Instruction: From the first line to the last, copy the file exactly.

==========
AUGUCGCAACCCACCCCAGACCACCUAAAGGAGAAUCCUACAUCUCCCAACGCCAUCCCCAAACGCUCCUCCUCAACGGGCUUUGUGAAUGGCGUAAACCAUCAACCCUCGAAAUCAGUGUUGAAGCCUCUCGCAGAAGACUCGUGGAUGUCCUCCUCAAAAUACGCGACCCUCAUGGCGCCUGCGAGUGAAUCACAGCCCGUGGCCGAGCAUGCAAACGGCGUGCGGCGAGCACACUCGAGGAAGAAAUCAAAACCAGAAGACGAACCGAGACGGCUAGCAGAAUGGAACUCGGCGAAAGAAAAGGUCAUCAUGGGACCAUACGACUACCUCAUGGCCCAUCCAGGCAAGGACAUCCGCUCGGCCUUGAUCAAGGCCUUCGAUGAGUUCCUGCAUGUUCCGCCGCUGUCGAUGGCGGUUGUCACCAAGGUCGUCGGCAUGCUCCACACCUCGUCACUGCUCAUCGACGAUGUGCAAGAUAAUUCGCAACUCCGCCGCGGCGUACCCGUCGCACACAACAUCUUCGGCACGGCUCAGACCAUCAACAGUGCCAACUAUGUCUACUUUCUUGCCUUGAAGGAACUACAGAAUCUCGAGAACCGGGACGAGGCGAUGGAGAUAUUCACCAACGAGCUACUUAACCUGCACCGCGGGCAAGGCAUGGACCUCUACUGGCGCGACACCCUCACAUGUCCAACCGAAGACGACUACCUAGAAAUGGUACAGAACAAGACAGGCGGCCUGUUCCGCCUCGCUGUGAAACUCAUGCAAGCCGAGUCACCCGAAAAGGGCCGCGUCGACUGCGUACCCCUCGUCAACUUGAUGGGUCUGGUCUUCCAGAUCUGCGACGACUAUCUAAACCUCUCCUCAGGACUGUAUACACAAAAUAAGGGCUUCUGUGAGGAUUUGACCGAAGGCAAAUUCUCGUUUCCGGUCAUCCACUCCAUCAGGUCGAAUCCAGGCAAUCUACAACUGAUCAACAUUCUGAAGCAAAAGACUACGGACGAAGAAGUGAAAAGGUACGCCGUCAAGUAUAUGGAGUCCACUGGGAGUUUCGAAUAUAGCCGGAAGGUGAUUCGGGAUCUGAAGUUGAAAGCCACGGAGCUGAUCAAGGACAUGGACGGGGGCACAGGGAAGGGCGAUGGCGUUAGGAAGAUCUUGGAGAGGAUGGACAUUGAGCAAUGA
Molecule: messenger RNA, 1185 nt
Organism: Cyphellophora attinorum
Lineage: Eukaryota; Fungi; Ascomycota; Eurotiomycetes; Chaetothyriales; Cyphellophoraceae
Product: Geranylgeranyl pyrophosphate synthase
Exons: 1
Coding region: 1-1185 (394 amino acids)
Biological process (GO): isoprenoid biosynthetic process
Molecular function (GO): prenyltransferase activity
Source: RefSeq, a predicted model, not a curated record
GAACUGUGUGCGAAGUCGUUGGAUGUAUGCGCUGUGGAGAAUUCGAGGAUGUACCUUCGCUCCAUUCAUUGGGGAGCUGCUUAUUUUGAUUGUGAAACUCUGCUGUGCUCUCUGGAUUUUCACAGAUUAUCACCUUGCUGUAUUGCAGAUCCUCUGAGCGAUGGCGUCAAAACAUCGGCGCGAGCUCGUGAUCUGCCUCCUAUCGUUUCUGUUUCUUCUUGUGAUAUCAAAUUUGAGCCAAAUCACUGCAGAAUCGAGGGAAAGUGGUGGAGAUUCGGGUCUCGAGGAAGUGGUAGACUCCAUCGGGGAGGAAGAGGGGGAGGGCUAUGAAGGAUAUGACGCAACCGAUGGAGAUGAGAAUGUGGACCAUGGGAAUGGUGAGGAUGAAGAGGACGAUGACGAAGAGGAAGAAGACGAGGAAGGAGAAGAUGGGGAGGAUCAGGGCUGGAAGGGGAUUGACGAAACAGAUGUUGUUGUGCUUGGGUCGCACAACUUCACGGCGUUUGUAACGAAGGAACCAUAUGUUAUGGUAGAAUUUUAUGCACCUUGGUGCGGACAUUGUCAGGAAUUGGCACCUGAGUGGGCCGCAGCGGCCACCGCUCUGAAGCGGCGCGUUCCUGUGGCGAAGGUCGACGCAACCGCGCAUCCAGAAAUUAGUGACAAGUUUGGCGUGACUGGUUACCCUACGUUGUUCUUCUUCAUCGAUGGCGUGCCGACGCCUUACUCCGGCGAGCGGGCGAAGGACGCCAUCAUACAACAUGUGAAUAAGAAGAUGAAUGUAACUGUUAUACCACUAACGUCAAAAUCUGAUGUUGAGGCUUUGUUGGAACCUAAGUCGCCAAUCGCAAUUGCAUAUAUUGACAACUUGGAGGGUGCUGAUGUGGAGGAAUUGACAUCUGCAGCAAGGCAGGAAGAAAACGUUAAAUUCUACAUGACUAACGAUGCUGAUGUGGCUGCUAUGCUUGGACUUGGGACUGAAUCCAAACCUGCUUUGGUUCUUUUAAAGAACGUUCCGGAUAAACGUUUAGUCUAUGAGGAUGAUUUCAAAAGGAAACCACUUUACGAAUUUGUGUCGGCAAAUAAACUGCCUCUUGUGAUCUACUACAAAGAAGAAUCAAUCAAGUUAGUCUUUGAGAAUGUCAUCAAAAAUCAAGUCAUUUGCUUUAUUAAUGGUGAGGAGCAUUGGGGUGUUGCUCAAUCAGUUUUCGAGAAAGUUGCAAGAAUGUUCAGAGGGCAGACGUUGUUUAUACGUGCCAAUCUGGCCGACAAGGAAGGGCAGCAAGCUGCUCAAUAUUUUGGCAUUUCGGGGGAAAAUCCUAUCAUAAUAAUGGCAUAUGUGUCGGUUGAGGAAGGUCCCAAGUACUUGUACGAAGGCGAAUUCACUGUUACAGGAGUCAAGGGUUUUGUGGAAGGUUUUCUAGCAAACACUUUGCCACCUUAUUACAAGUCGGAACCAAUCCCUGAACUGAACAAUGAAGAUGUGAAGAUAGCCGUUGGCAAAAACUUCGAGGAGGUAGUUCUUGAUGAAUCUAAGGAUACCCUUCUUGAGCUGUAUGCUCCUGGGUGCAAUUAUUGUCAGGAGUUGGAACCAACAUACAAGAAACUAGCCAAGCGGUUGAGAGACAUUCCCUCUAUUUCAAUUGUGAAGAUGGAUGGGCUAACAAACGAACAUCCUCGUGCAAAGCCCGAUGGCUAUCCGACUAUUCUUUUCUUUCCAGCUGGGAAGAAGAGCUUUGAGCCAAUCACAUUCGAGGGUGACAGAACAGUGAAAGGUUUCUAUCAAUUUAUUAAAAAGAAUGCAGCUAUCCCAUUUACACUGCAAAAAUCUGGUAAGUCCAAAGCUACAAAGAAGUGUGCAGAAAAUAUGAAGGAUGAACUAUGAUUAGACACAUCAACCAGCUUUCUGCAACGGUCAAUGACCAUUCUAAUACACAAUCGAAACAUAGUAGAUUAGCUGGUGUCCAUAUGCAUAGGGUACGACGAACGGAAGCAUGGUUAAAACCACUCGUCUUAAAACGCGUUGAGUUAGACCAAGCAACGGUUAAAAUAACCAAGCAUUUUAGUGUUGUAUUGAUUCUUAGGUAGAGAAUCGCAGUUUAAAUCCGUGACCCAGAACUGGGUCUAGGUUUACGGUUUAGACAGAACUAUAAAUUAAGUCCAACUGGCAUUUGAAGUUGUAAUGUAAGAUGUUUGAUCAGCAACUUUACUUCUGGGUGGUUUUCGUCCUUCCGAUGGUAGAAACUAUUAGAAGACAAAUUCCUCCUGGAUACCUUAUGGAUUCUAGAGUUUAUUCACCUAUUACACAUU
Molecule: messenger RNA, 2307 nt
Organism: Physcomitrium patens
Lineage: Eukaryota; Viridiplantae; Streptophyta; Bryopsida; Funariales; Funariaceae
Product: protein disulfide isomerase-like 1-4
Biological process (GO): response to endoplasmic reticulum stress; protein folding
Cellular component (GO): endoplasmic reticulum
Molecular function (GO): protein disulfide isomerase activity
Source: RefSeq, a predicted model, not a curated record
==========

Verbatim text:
AUGUCGCAACCCACCCCAGACCACCUAAAGGAGAAUCCUACAUCUCCCAACGCCAUCCCCAAACGCUCCUCCUCAACGGGCUUUGUGAAUGGCGUAAACCAUCAACCCUCGAAAUCAGUGUUGAAGCCUCUCGCAGAAGACUCGUGGAUGUCCUCCUCAAAAUACGCGACCCUCAUGGCGCCUGCGAGUGAAUCACAGCCCGUGGCCGAGCAUGCAAACGGCGUGCGGCGAGCACACUCGAGGAAGAAAUCAAAACCAGAAGACGAACCGAGACGGCUAGCAGAAUGGAACUCGGCGAAAGAAAAGGUCAUCAUGGGACCAUACGACUACCUCAUGGCCCAUCCAGGCAAGGACAUCCGCUCGGCCUUGAUCAAGGCCUUCGAUGAGUUCCUGCAUGUUCCGCCGCUGUCGAUGGCGGUUGUCACCAAGGUCGUCGGCAUGCUCCACACCUCGUCACUGCUCAUCGACGAUGUGCAAGAUAAUUCGCAACUCCGCCGCGGCGUACCCGUCGCACACAACAUCUUCGGCACGGCUCAGACCAUCAACAGUGCCAACUAUGUCUACUUUCUUGCCUUGAAGGAACUACAGAAUCUCGAGAACCGGGACGAGGCGAUGGAGAUAUUCACCAACGAGCUACUUAACCUGCACCGCGGGCAAGGCAUGGACCUCUACUGGCGCGACACCCUCACAUGUCCAACCGAAGACGACUACCUAGAAAUGGUACAGAACAAGACAGGCGGCCUGUUCCGCCUCGCUGUGAAACUCAUGCAAGCCGAGUCACCCGAAAAGGGCCGCGUCGACUGCGUACCCCUCGUCAACUUGAUGGGUCUGGUCUUCCAGAUCUGCGACGACUAUCUAAACCUCUCCUCAGGACUGUAUACACAAAAUAAGGGCUUCUGUGAGGAUUUGACCGAAGGCAAAUUCUCGUUUCCGGUCAUCCACUCCAUCAGGUCGAAUCCAGGCAAUCUACAACUGAUCAACAUUCUGAAGCAAAAGACUACGGACGAAGAAGUGAAAAGGUACGCCGUCAAGUAUAUGGAGUCCACUGGGAGUUUCGAAUAUAGCCGGAAGGUGAUUCGGGAUCUGAAGUUGAAAGCCACGGAGCUGAUCAAGGACAUGGACGGGGGCACAGGGAAGGGCGAUGGCGUUAGGAAGAUCUUGGAGAGGAUGGACAUUGAGCAAUGA
Molecule: messenger RNA, 1185 nt
Organism: Cyphellophora attinorum
Lineage: Eukaryota; Fungi; Ascomycota; Eurotiomycetes; Chaetothyriales; Cyphellophoraceae
Product: Geranylgeranyl pyrophosphate synthase
Exons: 1
Coding region: 1-1185 (394 amino acids)
Biological process (GO): isoprenoid biosynthetic process
Molecular function (GO): prenyltransferase activity
Source: RefSeq, a predicted model, not a curated record
GAACUGUGUGCGAAGUCGUUGGAUGUAUGCGCUGUGGAGAAUUCGAGGAUGUACCUUCGCUCCAUUCAUUGGGGAGCUGCUUAUUUUGAUUGUGAAACUCUGCUGUGCUCUCUGGAUUUUCACAGAUUAUCACCUUGCUGUAUUGCAGAUCCUCUGAGCGAUGGCGUCAAAACAUCGGCGCGAGCUCGUGAUCUGCCUCCUAUCGUUUCUGUUUCUUCUUGUGAUAUCAAAUUUGAGCCAAAUCACUGCAGAAUCGAGGGAAAGUGGUGGAGAUUCGGGUCUCGAGGAAGUGGUAGACUCCAUCGGGGAGGAAGAGGGGGAGGGCUAUGAAGGAUAUGACGCAACCGAUGGAGAUGAGAAUGUGGACCAUGGGAAUGGUGAGGAUGAAGAGGACGAUGACGAAGAGGAAGAAGACGAGGAAGGAGAAGAUGGGGAGGAUCAGGGCUGGAAGGGGAUUGACGAAACAGAUGUUGUUGUGCUUGGGUCGCACAACUUCACGGCGUUUGUAACGAAGGAACCAUAUGUUAUGGUAGAAUUUUAUGCACCUUGGUGCGGACAUUGUCAGGAAUUGGCACCUGAGUGGGCCGCAGCGGCCACCGCUCUGAAGCGGCGCGUUCCUGUGGCGAAGGUCGACGCAACCGCGCAUCCAGAAAUUAGUGACAAGUUUGGCGUGACUGGUUACCCUACGUUGUUCUUCUUCAUCGAUGGCGUGCCGACGCCUUACUCCGGCGAGCGGGCGAAGGACGCCAUCAUACAACAUGUGAAUAAGAAGAUGAAUGUAACUGUUAUACCACUAACGUCAAAAUCUGAUGUUGAGGCUUUGUUGGAACCUAAGUCGCCAAUCGCAAUUGCAUAUAUUGACAACUUGGAGGGUGCUGAUGUGGAGGAAUUGACAUCUGCAGCAAGGCAGGAAGAAAACGUUAAAUUCUACAUGACUAACGAUGCUGAUGUGGCUGCUAUGCUUGGACUUGGGACUGAAUCCAAACCUGCUUUGGUUCUUUUAAAGAACGUUCCGGAUAAACGUUUAGUCUAUGAGGAUGAUUUCAAAAGGAAACCACUUUACGAAUUUGUGUCGGCAAAUAAACUGCCUCUUGUGAUCUACUACAAAGAAGAAUCAAUCAAGUUAGUCUUUGAGAAUGUCAUCAAAAAUCAAGUCAUUUGCUUUAUUAAUGGUGAGGAGCAUUGGGGUGUUGCUCAAUCAGUUUUCGAGAAAGUUGCAAGAAUGUUCAGAGGGCAGACGUUGUUUAUACGUGCCAAUCUGGCCGACAAGGAAGGGCAGCAAGCUGCUCAAUAUUUUGGCAUUUCGGGGGAAAAUCCUAUCAUAAUAAUGGCAUAUGUGUCGGUUGAGGAAGGUCCCAAGUACUUGUACGAAGGCGAAUUCACUGUUACAGGAGUCAAGGGUUUUGUGGAAGGUUUUCUAGCAAACACUUUGCCACCUUAUUACAAGUCGGAACCAAUCCCUGAACUGAACAAUGAAGAUGUGAAGAUAGCCGUUGGCAAAAACUUCGAGGAGGUAGUUCUUGAUGAAUCUAAGGAUACCCUUCUUGAGCUGUAUGCUCCUGGGUGCAAUUAUUGUCAGGAGUUGGAACCAACAUACAAGAAACUAGCCAAGCGGUUGAGAGACAUUCCCUCUAUUUCAAUUGUGAAGAUGGAUGGGCUAACAAACGAACAUCCUCGUGCAAAGCCCGAUGGCUAUCCGACUAUUCUUUUCUUUCCAGCUGGGAAGAAGAGCUUUGAGCCAAUCACAUUCGAGGGUGACAGAACAGUGAAAGGUUUCUAUCAAUUUAUUAAAAAGAAUGCAGCUAUCCCAUUUACACUGCAAAAAUCUGGUAAGUCCAAAGCUACAAAGAAGUGUGCAGAAAAUAUGAAGGAUGAACUAUGAUUAGACACAUCAACCAGCUUUCUGCAACGGUCAAUGACCAUUCUAAUACACAAUCGAAACAUAGUAGAUUAGCUGGUGUCCAUAUGCAUAGGGUACGACGAACGGAAGCAUGGUUAAAACCACUCGUCUUAAAACGCGUUGAGUUAGACCAAGCAACGGUUAAAAUAACCAAGCAUUUUAGUGUUGUAUUGAUUCUUAGGUAGAGAAUCGCAGUUUAAAUCCGUGACCCAGAACUGGGUCUAGGUUUACGGUUUAGACAGAACUAUAAAUUAAGUCCAACUGGCAUUUGAAGUUGUAAUGUAAGAUGUUUGAUCAGCAACUUUACUUCUGGGUGGUUUUCGUCCUUCCGAUGGUAGAAACUAUUAGAAGACAAAUUCCUCCUGGAUACCUUAUGGAUUCUAGAGUUUAUUCACCUAUUACACAUU
Molecule: messenger RNA, 2307 nt
Organism: Physcomitrium patens
Lineage: Eukaryota; Viridiplantae; Streptophyta; Bryopsida; Funariales; Funariaceae
Product: protein disulfide isomerase-like 1-4
Biological process (GO): response to endoplasmic reticulum stress; protein folding
Cellular component (GO): endoplasmic reticulum
Molecular function (GO): protein disulfide isomerase activity
Source: RefSeq, a predicted model, not a curated record